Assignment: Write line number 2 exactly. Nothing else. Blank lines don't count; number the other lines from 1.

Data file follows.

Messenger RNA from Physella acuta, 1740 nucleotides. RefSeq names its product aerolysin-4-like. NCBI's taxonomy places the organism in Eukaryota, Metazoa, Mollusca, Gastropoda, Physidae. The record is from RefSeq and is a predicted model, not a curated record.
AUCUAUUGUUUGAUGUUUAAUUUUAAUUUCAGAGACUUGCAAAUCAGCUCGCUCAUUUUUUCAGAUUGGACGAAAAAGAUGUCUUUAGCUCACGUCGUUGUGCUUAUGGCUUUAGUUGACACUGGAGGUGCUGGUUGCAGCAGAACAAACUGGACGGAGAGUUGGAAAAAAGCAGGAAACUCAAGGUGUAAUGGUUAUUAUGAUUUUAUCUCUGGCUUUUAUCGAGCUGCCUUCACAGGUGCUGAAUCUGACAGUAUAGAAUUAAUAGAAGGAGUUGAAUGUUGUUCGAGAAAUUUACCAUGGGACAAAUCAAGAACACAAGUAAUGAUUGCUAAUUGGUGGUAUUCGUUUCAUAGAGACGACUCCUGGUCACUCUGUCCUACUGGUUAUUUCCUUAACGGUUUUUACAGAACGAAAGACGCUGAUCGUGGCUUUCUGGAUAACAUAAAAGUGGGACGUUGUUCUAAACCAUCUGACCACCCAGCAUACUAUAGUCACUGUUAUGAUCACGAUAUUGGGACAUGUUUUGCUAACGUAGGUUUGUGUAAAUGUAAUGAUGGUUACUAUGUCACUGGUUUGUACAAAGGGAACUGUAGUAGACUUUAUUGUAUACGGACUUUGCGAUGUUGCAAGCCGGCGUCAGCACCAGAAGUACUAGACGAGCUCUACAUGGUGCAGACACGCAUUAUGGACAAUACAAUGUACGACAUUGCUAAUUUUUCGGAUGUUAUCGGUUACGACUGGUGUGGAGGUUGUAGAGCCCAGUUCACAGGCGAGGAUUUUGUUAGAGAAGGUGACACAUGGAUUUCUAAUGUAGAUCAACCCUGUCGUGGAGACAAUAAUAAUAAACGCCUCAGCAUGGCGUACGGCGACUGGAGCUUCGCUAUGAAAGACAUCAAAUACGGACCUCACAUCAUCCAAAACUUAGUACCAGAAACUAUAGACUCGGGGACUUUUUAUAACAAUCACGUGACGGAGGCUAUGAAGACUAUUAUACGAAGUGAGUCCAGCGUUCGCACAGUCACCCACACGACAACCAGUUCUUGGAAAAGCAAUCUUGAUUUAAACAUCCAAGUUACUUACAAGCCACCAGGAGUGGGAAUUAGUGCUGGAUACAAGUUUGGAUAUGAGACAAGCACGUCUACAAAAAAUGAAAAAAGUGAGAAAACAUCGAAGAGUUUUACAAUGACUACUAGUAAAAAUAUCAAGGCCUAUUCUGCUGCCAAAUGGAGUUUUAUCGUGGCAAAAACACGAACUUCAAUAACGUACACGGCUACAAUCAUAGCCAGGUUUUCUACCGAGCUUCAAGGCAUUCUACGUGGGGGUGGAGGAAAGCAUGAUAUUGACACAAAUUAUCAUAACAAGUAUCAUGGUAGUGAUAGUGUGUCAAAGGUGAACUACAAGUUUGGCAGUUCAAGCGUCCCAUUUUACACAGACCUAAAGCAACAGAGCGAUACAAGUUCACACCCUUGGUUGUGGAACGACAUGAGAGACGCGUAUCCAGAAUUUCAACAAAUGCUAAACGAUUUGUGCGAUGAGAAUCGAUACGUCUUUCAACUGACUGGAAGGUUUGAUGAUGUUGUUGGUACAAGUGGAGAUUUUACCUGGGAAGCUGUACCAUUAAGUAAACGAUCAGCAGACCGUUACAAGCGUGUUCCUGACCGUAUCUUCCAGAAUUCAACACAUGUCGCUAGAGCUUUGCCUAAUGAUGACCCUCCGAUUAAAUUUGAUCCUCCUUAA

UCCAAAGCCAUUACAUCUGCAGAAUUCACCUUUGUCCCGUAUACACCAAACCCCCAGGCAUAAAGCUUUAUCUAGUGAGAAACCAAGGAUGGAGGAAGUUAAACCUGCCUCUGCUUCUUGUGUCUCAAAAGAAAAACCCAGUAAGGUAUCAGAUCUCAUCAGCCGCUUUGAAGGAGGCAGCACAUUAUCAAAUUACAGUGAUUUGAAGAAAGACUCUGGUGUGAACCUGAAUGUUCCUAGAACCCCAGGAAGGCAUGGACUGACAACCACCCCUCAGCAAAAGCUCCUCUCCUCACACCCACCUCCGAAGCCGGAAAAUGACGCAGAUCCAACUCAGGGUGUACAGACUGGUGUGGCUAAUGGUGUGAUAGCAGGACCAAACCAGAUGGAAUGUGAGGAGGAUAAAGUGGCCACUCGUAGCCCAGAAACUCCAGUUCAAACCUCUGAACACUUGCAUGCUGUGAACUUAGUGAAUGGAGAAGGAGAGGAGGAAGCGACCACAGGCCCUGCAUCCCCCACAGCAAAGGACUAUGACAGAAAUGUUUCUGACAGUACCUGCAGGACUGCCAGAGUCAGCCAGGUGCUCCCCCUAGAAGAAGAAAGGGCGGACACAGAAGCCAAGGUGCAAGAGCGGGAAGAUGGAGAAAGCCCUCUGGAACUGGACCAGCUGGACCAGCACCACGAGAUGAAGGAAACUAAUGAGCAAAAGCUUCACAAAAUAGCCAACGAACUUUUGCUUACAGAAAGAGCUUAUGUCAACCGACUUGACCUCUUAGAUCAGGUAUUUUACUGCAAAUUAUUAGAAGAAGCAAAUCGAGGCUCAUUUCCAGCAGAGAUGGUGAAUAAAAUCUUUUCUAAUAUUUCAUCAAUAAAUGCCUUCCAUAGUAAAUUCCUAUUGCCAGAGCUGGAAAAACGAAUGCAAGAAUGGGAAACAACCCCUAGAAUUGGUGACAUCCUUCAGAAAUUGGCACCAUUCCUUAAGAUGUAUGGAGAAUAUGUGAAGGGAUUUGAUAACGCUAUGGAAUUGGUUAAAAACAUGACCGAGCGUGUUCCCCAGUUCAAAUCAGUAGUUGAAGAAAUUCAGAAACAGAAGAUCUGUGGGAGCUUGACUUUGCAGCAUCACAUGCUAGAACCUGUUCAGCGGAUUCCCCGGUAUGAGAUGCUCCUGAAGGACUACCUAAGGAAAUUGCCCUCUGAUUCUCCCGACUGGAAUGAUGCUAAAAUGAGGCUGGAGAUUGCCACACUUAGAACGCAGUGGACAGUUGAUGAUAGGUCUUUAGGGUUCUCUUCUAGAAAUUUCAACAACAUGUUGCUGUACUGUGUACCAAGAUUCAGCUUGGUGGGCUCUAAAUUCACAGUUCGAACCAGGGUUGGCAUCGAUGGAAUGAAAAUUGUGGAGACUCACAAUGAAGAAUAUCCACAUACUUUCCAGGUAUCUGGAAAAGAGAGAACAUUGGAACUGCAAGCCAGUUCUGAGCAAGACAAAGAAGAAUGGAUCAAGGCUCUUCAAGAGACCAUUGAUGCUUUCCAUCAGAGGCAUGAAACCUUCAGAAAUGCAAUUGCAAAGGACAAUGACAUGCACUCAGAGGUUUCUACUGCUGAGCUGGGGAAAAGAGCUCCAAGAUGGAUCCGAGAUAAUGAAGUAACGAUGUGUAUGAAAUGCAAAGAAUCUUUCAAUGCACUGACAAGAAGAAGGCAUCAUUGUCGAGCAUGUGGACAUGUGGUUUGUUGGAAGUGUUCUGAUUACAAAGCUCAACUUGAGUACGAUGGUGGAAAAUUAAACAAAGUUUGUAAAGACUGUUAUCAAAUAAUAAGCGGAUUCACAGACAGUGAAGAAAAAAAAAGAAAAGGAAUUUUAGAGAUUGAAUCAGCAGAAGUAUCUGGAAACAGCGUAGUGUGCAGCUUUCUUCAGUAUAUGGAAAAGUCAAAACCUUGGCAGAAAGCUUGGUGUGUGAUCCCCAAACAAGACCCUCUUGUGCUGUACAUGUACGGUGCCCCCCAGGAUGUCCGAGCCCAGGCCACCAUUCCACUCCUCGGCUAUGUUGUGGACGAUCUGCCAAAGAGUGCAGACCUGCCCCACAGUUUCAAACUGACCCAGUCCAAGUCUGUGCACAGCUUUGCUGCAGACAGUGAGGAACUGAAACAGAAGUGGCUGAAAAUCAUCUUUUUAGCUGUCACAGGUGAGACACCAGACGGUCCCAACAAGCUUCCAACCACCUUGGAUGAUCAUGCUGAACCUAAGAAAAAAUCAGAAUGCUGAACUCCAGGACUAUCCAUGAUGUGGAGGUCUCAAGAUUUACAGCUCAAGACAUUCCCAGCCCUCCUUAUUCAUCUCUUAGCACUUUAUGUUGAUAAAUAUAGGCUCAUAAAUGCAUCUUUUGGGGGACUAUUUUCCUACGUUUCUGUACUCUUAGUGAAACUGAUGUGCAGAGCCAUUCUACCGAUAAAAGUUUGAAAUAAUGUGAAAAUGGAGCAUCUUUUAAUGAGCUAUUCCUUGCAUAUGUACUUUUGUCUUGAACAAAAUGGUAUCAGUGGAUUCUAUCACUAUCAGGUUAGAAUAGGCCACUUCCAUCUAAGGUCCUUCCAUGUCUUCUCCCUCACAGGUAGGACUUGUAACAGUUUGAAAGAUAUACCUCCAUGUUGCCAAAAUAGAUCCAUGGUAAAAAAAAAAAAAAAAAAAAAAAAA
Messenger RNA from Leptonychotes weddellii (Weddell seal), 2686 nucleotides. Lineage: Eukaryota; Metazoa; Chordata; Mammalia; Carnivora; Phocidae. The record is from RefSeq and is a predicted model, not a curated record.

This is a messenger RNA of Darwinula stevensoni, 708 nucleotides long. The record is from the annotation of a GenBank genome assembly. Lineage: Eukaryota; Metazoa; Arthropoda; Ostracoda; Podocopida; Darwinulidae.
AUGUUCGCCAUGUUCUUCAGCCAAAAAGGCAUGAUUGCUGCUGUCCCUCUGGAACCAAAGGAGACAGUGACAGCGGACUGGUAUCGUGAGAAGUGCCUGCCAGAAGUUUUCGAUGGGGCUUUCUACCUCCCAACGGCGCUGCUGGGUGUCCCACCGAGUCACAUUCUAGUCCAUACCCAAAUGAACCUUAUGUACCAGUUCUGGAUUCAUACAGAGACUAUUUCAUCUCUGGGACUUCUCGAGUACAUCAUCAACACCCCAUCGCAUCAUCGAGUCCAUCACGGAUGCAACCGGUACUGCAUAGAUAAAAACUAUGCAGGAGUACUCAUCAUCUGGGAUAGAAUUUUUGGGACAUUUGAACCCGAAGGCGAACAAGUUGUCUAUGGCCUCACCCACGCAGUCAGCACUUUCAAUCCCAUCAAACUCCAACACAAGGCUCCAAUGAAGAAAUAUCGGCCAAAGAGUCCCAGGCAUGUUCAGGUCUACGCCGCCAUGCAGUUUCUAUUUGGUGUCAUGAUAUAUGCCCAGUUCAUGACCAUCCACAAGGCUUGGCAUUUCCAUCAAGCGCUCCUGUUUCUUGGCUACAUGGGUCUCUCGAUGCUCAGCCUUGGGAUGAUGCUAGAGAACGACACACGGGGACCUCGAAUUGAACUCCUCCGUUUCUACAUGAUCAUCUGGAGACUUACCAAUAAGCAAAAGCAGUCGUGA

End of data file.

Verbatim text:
AUCUAUUGUUUGAUGUUUAAUUUUAAUUUCAGAGACUUGCAAAUCAGCUCGCUCAUUUUUUCAGAUUGGACGAAAAAGAUGUCUUUAGCUCACGUCGUUGUGCUUAUGGCUUUAGUUGACACUGGAGGUGCUGGUUGCAGCAGAACAAACUGGACGGAGAGUUGGAAAAAAGCAGGAAACUCAAGGUGUAAUGGUUAUUAUGAUUUUAUCUCUGGCUUUUAUCGAGCUGCCUUCACAGGUGCUGAAUCUGACAGUAUAGAAUUAAUAGAAGGAGUUGAAUGUUGUUCGAGAAAUUUACCAUGGGACAAAUCAAGAACACAAGUAAUGAUUGCUAAUUGGUGGUAUUCGUUUCAUAGAGACGACUCCUGGUCACUCUGUCCUACUGGUUAUUUCCUUAACGGUUUUUACAGAACGAAAGACGCUGAUCGUGGCUUUCUGGAUAACAUAAAAGUGGGACGUUGUUCUAAACCAUCUGACCACCCAGCAUACUAUAGUCACUGUUAUGAUCACGAUAUUGGGACAUGUUUUGCUAACGUAGGUUUGUGUAAAUGUAAUGAUGGUUACUAUGUCACUGGUUUGUACAAAGGGAACUGUAGUAGACUUUAUUGUAUACGGACUUUGCGAUGUUGCAAGCCGGCGUCAGCACCAGAAGUACUAGACGAGCUCUACAUGGUGCAGACACGCAUUAUGGACAAUACAAUGUACGACAUUGCUAAUUUUUCGGAUGUUAUCGGUUACGACUGGUGUGGAGGUUGUAGAGCCCAGUUCACAGGCGAGGAUUUUGUUAGAGAAGGUGACACAUGGAUUUCUAAUGUAGAUCAACCCUGUCGUGGAGACAAUAAUAAUAAACGCCUCAGCAUGGCGUACGGCGACUGGAGCUUCGCUAUGAAAGACAUCAAAUACGGACCUCACAUCAUCCAAAACUUAGUACCAGAAACUAUAGACUCGGGGACUUUUUAUAACAAUCACGUGACGGAGGCUAUGAAGACUAUUAUACGAAGUGAGUCCAGCGUUCGCACAGUCACCCACACGACAACCAGUUCUUGGAAAAGCAAUCUUGAUUUAAACAUCCAAGUUACUUACAAGCCACCAGGAGUGGGAAUUAGUGCUGGAUACAAGUUUGGAUAUGAGACAAGCACGUCUACAAAAAAUGAAAAAAGUGAGAAAACAUCGAAGAGUUUUACAAUGACUACUAGUAAAAAUAUCAAGGCCUAUUCUGCUGCCAAAUGGAGUUUUAUCGUGGCAAAAACACGAACUUCAAUAACGUACACGGCUACAAUCAUAGCCAGGUUUUCUACCGAGCUUCAAGGCAUUCUACGUGGGGGUGGAGGAAAGCAUGAUAUUGACACAAAUUAUCAUAACAAGUAUCAUGGUAGUGAUAGUGUGUCAAAGGUGAACUACAAGUUUGGCAGUUCAAGCGUCCCAUUUUACACAGACCUAAAGCAACAGAGCGAUACAAGUUCACACCCUUGGUUGUGGAACGACAUGAGAGACGCGUAUCCAGAAUUUCAACAAAUGCUAAACGAUUUGUGCGAUGAGAAUCGAUACGUCUUUCAACUGACUGGAAGGUUUGAUGAUGUUGUUGGUACAAGUGGAGAUUUUACCUGGGAAGCUGUACCAUUAAGUAAACGAUCAGCAGACCGUUACAAGCGUGUUCCUGACCGUAUCUUCCAGAAUUCAACACAUGUCGCUAGAGCUUUGCCUAAUGAUGACCCUCCGAUUAAAUUUGAUCCUCCUUAA